Dwarf chestnut oak
Dwarf chestnut oak (Quercus prinoides)
Dwarf chestnut oak is one of two species of "scrub oak" commonly found in the Albany Pine Bush Preserve. This multi-stemmed shrub can reach a height of over 15 feet but is usually found growing 1-10 feet tall in recently managed areas of the Preserve. The common names for this shrub, "dwarf chestnut oak" and "dwarf chinquapin oak" refer to the shape of its leaves which resemble the scallop-edged leaves of the chestnut oak tree. Together with bear oak (the other species of scrub oak found in the Pine Bush) dwarf chestnut oak can form dense thickets. Look for its small acorns to ripen in late summer.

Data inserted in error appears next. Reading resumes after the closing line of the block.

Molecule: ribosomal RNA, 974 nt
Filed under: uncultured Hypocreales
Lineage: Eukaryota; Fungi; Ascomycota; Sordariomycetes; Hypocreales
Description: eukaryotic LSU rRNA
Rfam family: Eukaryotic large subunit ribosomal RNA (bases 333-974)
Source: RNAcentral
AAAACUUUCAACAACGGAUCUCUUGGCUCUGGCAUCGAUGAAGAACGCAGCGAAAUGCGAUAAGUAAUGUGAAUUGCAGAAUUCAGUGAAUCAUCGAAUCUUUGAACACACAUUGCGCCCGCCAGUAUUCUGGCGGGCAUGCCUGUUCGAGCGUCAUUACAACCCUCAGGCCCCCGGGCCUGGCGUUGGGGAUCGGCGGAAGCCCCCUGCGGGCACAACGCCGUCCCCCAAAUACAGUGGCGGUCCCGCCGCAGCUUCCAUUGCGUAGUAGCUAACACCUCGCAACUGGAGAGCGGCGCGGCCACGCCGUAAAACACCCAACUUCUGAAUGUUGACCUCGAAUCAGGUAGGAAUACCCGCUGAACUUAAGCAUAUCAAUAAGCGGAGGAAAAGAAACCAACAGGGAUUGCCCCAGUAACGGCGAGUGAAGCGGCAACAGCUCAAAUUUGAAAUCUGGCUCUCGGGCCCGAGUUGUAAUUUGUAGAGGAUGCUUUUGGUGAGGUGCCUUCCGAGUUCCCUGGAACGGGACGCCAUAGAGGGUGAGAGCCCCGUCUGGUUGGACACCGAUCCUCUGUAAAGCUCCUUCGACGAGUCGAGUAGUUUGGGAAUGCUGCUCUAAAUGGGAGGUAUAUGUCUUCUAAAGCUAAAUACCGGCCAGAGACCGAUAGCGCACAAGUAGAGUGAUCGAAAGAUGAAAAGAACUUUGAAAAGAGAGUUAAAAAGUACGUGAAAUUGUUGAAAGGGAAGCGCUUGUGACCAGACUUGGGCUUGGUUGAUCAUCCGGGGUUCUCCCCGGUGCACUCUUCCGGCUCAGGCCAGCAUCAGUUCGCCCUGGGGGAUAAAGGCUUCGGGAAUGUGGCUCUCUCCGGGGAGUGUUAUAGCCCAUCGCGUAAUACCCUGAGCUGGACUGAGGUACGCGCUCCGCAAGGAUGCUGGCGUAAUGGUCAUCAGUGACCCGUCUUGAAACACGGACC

Habitat: This shrub grows well in dry soils, full sun and is tolerant of fire. It is typically found growing in prairies and barrens.
- Along with bear oak, the dwarf chestnut oak is a host plant for the rare inland barrens buckmoth
- Its thick waxy leaves help slow the loss of water
- Scrub oak create important nesting sites for shrubland birds
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